Often, when Germans and Chinese sit down to a German meal, they bring a taste of their cultures to the table.
"Dinners together are a good opportunity for cultural exchange," said German Tobias Galts, who is both a German-language instructor and a Chinese-language student at the University of International Business and Economics in Beijing. "Chinese people are really interested in meeting German people," the 22-year-old added.
German restaurateur Steffen Schindler, owner of Schindler's Tankstelle and Schindler's Anlegestelle in Beijing, said the Chinese who come to his establishment are often swept up in the German "pub tradition".
"People who are strangers - Chinese and Germans - meet in our restaurant and start talking to each other, saying whatever they feel; that is an old German tradition," he said.
"They talk about football, about environmental protection, about cars; they talk about everything."
He said that while they don't always agree during these discussions, they are "respectful" of the others' points of view.
Beijinger Li Chenguang, who dines at German restaurants a few times a year, said that the Germans he met defied his expectations.
"Talking to them over dinner, I found that although many people believe Germans are serious, they're actually really funny," the 33-year-old said. "A lot of them are actually funnier than I am."
Michael Paingt, manager of South German Bakery, Caf Konstanz and Bodenseestube Restaurant, believed that, dinner conversation aside, the cuisine itself says something about the German people.
"Chinese people learn that the German food is a little heavy because of the work we did in the olden times, and because it's colder there, people eat more calories," Paingt said.
Mary Zhang, 28, said she likes German food, because she believes it resembles the food of her hometown in Inner Mongolia.
"I especially like pig's knuckle, because it's like roast sheep's leg," she said.
While German food has had a foothold in China since concession times, it's only in the last decade that the cuisine has really flourished in its metropolises.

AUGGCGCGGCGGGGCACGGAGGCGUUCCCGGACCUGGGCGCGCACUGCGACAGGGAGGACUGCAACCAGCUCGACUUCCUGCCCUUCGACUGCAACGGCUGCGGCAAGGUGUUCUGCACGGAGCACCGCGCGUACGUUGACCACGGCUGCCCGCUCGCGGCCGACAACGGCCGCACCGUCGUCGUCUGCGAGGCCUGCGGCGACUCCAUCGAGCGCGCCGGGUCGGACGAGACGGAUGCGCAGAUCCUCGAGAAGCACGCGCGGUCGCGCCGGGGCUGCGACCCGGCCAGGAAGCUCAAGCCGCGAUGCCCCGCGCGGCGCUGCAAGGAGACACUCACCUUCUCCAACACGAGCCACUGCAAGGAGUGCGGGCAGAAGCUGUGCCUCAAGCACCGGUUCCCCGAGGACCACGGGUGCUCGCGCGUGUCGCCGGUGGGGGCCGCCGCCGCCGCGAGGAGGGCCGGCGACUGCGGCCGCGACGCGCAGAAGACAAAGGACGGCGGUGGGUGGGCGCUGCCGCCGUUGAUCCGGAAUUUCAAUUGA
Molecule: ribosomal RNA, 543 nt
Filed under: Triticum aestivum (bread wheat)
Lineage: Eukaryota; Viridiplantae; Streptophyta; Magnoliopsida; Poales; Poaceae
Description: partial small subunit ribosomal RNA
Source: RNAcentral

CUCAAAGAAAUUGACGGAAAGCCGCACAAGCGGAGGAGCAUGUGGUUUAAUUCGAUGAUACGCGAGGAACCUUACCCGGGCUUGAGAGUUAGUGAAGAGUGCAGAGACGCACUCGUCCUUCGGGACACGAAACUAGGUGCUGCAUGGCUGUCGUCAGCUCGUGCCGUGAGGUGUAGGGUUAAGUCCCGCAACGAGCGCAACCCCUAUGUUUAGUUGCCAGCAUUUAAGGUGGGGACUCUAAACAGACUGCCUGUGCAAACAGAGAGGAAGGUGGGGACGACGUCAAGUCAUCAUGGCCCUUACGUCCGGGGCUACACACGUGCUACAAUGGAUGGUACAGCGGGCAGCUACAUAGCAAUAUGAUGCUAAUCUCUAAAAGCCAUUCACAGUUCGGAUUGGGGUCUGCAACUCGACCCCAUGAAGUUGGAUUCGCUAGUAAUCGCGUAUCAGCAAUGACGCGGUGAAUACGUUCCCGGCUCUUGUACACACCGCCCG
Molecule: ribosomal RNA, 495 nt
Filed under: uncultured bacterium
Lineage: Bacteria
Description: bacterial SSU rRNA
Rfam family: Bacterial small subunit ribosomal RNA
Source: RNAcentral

There are seven German restaurants in Beijing and eight in Shanghai, while Guangzhou's popular expatriate weekend magazine, That's PRD, lists one in Guangdong's capital city.
German Hans Voll, owner of Die Kochmtzen, said that when he first opened the restaurant, most of the customers were foreigners.
"But now, it's about 70 percent Chinese and 30 percent foreigners," Voll said. "And I see many Chinese guests coming back."
According to Paingt, the growing popularity of the cuisine among Chinese seems to be from a combination of word-of-mouth marketing and curiosity.
"Chinese customers ask everything; they ask what's inside, what's the dough made out of, because they don't know much about it," he said.
"Western food for many Chinese is KFC, McDonald's or Pizza Hut, because those places have built good brand names," he said. "For the kind of food I'm doing here, new Chinese customers need to be educated."
But China's gastronomes are becoming more familiar with the cuisine, and today, demand for German food in China is rising.
According to the latest report by the Federation of German Food and Drink Industry, dairy products, processed fruits and cheese topped the list of foodstuffs Germany exported to China last year.
From 2005 to 2006, dairy product exports to China increased 256 percent; processed fruits, 242 percent; and cheese, 126 percent.
"You'll see more and more German restaurants and food in China," Voll said. "Because China is changing every day."
(China Daily August 28, 2007)